Quote from: b_dubb on April 10, 2014, 04:51:10 PMA record of payments made for returning debris/equipment would indicate familiarity with the same equipment used in Mogul and would contraindicate the hypothesis that weather balloon debris could be mistaken for a crashed saucerA Republic Of China pilot had to crash land a U-2? Is this a hypothetical? Or are you saying the Chinese were flying U-2s? I'm confused.
Quote from: Uncle Duke on April 10, 2014, 05:10:07 PM1) Don't follow your point, either a weather or Mogul balloon could have been chitted the same way totally independant of the other. The idea is to get them back.
Quote from: Uncle Duke on April 10, 2014, 05:10:07 PM2) Yes, the USAF was teaching RoC pilots to fly the U-2. I went ahead and looked it up for you, here's the story:http://www.taipeitimes.com/News/lang/archives/2010/02/27/2003466699
Quote from: b_dubb on April 10, 2014, 07:19:32 PMThere was no difference between a mogul balloon and a standard weather balloon. A paper trail indicating locals were familiar with weather balloons would undermine the mogul story in my opinion. InsaneHere's a thought: is there anything about the military's explanation of the Roswell incident that is demonstrably false? The idea that crash test dummies created in the 1950's were somehow mistaken for aliens on the ground in Roswell is definitely a reach that borders on an outright lie. Maybe I need to pick up a copy of Klass's book. I personally don't think Roswell is worth wasting time on. The story has been so polluted it's difficult to get a sense for what happened and what was invented by people trying to sell a book or people trying to cover up an event. It's a little like the JFK assassination. I don't know that we'll ever really know what happened at either place. Re: Roswell ... I just can't accept that someone like Marcell would look at neoprene, tin foil and balsa wood and announce that a flying saucer had crashed. UD I think you and might have to agree to disagree on this one. I think there are better stories out there with better evidence. And since I've had my own sightings I'm not looking to someone else to tell me UFO's might be real. Experience tells me it's a real phenomena and we aren't being told the truth.
Quote from: Uncle Duke on April 10, 2014, 02:31:21 PM2) Don't understand why ever piece would have to be unidentifiable. Sure, had he found a vacuum tube with an NSN or part number stamped on it, that would have been obvious to him. Your arguement assumes Marcel would have been able to identify every component he saw to know they was man made. This goes back to 1) above.
Quote4) If June Crain is the woman who worked at WP and claimed to have seen a piece of alien craft, she is not credible to me based on the transcripts I've read on her interviews with a UFO researcher. It's been a while since I read those transcripts, but some of the things she said would not make sense to anyone who's been in/around the military. First she showed no understanding of security practices, at least the "need to know" aspects. I remember her saying she was either shown a piece of or told about the crash by a personnel officer. Why would a personnel officer have a need to know about something as cosmically classified as a crashed alien craft? She also said she was told classified information without violating security regs because she was told these things "outside security" or something like that. That makes zero sense. I think she's also the woman who claimed to have had a "Q clearance." This was (is?) a security clearance granted not by the military, but by the DoE (probably the AEC in the late 40s/50s) While I can understand some military types, like SIOP or nuke armament specialists, might have a Q, it makes no sense for a secretary who wasn't working on a nuke program to have that clearance. On the other hand, "Q clearance" was a buzz word used frequently in spy books/movies/TV programs back in the day, so it would have been something she would have heard about. If she's been able to name a real military clearance, one of the really cosmic ones not known to the public, then I'd have been impressed.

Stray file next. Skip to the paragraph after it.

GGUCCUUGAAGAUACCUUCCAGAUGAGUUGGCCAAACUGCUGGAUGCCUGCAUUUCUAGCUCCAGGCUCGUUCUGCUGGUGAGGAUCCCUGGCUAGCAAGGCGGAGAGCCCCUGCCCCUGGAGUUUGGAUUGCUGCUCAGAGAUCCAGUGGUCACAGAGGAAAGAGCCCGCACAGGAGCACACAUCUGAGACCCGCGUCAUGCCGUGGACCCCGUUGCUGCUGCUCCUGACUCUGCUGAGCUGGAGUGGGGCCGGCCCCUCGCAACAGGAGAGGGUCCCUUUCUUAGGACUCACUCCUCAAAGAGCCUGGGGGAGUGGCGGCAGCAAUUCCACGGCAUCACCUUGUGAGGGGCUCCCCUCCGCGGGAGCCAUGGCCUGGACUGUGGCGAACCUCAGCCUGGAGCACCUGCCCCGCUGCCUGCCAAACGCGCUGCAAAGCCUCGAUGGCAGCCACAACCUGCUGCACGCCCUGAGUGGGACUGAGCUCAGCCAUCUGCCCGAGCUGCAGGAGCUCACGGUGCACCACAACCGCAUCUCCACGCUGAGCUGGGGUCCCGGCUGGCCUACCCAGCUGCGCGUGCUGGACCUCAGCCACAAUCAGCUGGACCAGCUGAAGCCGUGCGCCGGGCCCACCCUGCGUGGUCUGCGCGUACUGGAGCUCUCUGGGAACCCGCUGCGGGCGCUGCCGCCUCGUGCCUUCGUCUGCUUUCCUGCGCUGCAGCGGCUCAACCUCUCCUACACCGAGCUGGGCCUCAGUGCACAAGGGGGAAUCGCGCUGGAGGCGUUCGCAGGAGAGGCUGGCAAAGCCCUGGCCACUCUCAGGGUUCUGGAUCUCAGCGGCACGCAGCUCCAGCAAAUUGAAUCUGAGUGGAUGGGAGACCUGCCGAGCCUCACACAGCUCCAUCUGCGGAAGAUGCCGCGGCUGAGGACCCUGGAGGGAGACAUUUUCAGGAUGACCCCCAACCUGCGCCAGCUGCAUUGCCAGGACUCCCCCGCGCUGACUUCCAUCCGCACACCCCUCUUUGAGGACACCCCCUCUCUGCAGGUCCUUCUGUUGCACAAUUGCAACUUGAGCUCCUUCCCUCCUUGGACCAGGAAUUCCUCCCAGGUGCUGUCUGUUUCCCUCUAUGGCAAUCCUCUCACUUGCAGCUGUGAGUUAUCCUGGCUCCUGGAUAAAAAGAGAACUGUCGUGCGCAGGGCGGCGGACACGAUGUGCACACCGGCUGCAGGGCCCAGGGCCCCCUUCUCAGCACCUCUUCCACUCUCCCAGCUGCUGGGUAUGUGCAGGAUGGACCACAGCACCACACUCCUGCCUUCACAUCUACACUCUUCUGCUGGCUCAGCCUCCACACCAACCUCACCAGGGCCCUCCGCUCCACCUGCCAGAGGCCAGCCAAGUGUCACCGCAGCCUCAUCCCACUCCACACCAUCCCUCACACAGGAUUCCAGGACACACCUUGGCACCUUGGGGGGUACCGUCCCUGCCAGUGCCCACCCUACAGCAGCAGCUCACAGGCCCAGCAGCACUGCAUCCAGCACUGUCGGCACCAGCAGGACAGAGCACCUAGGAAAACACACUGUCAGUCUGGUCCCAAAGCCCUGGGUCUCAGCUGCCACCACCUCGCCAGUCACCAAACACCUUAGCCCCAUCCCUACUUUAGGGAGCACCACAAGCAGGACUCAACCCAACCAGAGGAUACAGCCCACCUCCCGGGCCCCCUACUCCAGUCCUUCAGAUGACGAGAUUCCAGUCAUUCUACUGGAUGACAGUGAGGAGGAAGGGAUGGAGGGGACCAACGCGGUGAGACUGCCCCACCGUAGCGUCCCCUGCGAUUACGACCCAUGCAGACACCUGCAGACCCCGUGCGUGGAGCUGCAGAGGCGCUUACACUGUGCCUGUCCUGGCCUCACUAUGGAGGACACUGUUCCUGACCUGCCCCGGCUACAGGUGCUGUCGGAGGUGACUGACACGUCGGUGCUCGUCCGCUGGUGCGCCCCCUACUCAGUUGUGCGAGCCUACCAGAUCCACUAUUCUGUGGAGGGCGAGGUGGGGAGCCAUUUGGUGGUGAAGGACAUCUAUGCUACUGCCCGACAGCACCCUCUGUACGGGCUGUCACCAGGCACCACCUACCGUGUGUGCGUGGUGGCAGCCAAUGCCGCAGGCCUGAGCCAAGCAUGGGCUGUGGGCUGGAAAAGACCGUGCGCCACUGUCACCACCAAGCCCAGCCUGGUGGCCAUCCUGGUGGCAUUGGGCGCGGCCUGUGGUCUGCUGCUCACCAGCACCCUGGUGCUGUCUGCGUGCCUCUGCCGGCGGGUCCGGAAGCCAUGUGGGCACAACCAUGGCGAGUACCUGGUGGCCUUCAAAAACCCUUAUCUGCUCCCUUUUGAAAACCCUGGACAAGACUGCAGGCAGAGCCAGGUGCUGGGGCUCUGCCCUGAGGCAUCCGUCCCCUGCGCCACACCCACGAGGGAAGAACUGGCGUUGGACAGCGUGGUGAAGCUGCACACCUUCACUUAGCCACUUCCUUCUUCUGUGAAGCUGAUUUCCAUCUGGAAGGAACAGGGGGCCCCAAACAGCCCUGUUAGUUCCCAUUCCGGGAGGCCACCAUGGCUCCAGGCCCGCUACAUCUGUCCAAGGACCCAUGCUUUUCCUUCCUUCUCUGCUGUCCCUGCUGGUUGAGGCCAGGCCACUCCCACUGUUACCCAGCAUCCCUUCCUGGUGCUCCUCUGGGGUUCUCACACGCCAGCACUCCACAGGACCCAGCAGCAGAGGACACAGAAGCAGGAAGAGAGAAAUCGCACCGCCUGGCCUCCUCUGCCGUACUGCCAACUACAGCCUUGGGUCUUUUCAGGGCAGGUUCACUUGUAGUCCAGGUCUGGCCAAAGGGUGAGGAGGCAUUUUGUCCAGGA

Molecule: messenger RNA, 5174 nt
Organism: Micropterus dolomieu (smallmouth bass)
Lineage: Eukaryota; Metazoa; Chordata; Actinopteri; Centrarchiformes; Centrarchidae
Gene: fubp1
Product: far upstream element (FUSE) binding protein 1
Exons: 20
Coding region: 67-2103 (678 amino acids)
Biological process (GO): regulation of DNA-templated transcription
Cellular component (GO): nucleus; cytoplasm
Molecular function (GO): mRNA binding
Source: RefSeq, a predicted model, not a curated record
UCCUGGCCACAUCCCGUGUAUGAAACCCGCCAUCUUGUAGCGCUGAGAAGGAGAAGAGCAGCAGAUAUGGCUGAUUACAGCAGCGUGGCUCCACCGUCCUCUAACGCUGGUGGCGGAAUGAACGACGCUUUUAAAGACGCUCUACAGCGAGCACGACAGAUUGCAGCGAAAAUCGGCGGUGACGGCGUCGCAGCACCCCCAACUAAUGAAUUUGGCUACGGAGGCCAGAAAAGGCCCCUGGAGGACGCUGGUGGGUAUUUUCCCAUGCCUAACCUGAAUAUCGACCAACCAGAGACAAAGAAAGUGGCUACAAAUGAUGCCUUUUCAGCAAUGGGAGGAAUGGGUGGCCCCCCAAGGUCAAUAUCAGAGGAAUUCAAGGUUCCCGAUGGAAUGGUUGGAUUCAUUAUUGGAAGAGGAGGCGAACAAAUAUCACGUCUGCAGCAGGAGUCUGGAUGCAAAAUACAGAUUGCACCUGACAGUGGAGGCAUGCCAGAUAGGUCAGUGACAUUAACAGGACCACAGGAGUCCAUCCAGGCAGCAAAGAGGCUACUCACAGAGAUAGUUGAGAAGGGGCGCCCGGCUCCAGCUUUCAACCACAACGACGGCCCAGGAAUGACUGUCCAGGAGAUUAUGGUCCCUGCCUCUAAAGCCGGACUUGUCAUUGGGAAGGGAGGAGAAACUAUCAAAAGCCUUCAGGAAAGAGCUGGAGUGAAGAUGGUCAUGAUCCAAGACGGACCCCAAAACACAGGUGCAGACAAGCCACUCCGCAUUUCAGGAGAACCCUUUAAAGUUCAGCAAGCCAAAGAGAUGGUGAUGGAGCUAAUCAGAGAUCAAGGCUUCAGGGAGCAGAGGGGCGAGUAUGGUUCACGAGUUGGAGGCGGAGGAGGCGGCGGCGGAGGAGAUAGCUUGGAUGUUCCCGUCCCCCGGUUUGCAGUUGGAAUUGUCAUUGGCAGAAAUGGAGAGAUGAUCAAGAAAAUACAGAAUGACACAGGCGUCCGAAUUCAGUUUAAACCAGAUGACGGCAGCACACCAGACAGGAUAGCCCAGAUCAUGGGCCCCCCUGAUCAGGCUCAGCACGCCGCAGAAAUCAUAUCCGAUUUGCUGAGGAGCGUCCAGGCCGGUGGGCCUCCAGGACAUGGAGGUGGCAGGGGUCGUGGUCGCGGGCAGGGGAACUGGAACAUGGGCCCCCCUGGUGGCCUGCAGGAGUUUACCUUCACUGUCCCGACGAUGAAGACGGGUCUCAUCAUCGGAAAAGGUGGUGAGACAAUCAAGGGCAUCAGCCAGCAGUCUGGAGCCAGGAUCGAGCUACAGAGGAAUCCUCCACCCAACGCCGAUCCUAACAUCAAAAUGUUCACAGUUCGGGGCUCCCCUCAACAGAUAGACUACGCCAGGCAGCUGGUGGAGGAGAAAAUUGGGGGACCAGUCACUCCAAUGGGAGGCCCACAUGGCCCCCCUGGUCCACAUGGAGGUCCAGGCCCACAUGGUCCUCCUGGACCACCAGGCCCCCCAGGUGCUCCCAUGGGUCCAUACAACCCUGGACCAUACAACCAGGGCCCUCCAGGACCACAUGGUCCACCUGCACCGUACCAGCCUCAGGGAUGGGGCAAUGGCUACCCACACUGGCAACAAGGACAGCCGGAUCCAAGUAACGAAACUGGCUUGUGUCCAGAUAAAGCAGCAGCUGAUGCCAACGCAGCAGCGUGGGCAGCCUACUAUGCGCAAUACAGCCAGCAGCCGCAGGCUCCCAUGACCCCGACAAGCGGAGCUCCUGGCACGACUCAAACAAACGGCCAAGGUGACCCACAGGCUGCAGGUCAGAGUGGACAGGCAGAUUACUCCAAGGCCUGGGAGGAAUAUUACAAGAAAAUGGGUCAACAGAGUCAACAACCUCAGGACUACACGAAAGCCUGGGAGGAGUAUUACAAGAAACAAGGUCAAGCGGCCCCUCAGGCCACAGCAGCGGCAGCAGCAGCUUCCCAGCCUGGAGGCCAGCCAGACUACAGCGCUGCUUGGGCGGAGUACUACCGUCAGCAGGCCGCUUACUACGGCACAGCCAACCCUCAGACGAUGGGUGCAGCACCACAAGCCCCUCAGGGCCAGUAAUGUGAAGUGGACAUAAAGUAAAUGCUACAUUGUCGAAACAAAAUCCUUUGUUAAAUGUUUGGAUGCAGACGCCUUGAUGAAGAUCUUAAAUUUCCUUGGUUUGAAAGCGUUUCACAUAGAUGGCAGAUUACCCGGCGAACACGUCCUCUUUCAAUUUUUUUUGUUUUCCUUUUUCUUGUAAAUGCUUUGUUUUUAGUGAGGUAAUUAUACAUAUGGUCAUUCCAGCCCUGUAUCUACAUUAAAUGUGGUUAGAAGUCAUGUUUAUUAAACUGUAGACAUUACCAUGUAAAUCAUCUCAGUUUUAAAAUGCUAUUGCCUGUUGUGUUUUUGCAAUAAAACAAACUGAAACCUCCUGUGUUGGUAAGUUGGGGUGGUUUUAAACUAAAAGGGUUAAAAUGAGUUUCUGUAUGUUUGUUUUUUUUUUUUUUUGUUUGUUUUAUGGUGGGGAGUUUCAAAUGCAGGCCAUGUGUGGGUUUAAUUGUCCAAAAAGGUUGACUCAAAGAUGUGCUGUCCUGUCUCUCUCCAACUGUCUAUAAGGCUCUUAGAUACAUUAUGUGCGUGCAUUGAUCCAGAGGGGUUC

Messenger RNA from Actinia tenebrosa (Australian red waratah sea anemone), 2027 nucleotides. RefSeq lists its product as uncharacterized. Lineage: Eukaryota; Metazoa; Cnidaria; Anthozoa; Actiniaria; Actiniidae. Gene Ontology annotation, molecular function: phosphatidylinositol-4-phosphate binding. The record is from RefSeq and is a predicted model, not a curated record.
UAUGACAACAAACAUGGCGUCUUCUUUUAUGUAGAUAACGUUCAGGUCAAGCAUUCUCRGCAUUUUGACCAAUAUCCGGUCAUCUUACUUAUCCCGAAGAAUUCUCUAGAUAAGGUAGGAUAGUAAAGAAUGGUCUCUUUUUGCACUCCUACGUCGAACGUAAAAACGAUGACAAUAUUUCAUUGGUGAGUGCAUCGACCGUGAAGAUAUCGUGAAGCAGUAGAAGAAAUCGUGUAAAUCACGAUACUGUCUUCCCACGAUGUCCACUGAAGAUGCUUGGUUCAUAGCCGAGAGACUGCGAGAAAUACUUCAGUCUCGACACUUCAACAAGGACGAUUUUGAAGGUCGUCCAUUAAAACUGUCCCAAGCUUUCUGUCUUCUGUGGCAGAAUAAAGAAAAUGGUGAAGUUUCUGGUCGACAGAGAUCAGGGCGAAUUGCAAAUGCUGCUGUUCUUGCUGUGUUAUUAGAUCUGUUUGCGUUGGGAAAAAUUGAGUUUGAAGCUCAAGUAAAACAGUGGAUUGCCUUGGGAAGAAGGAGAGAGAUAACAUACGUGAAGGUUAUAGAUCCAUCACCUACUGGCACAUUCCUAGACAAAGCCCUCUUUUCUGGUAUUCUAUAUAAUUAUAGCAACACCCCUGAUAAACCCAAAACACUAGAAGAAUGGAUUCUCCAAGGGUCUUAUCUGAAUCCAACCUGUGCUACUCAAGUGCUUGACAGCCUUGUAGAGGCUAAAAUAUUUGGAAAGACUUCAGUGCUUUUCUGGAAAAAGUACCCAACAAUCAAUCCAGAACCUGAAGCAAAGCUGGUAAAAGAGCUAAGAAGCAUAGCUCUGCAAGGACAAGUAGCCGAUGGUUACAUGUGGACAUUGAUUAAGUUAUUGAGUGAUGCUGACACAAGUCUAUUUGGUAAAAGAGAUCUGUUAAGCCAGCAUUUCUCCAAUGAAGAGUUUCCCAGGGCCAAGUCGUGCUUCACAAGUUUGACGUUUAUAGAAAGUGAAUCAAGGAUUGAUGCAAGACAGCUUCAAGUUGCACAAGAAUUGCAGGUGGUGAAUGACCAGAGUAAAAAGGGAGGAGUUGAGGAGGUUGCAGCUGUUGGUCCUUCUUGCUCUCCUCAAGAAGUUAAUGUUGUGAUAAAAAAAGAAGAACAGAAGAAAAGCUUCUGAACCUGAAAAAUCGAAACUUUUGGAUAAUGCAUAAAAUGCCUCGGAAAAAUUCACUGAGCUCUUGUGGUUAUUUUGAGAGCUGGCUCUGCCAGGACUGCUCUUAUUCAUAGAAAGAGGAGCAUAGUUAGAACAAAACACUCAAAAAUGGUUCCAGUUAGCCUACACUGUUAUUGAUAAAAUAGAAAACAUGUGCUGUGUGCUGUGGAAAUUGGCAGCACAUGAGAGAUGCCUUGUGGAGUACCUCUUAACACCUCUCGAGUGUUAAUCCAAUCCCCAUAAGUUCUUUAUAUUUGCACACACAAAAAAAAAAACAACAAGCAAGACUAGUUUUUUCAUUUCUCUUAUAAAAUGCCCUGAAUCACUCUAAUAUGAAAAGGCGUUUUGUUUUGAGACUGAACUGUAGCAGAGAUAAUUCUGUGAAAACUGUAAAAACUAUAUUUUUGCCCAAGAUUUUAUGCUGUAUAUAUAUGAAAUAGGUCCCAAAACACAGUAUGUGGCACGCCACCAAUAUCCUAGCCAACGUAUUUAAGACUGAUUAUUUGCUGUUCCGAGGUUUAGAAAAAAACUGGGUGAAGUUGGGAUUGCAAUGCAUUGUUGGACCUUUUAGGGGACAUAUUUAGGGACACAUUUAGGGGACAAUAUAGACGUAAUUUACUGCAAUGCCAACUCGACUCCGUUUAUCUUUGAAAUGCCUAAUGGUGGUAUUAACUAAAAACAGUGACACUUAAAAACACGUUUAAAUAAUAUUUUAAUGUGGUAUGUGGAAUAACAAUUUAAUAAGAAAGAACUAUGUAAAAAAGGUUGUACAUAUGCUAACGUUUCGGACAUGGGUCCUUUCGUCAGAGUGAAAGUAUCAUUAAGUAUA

Quote from: area51drone on April 11, 2014, 03:32:58 AMAll someone has to do is recognize 1 piece (ie a stick of balsa wood) of Mogul and you would assume it was from earth, not a flying saucer. I'm not saying all officers are bright, but they aren't dumb enough to say "hey, this thing is from outer space." The average person is going to assume it's of earthly origin just from the get go. There would have to be a lot of things unexplainable in order to make someone say "holy shit, this is from outer space." It's been a while sine I read the book that James Clarkson wrote detailing the interviews he did with her, but her testimony was very credible, and from my recollection, in the back of the book the author included her military documentation. I believe her and I believe Clarkson's research on her background. I have the book still and can dig it up if needed. If you want to argue specific points of her testimony or background, then let's do that. If you haven't read the book, I suggest you get it because it has a lot more in there than I have ever found on the web.When talking about security breaches, you wouldn't have guessed that the president's security detail was out banging local prostitutes in their hotel rooms recently, or that the USAF's officers would be breaking security protocols when it came to our nuclear aresenal, but this shit can and does happen. I'm sure in the 40's and 50's security was more lax than today even. The point about the Mogul dummies is addressed by her as well. And, if the dummies were never part of the story to begin with, then why would the USAF even bring them up at the press conference? I think you are so extremely skeptical you are missing the obvious. Should we call you Michael Shermer? As for the U2 pilot, I'm frankly surprised that the locals would be assuming this plane was from outer space, but hey, it DID have a funny looking asian guy as a pilot. I'm sure not everyone was as gullible as the article makes it out to be, and for those who were confused, if an english speaking white guy had gotten out, people would have assumed it was from earth.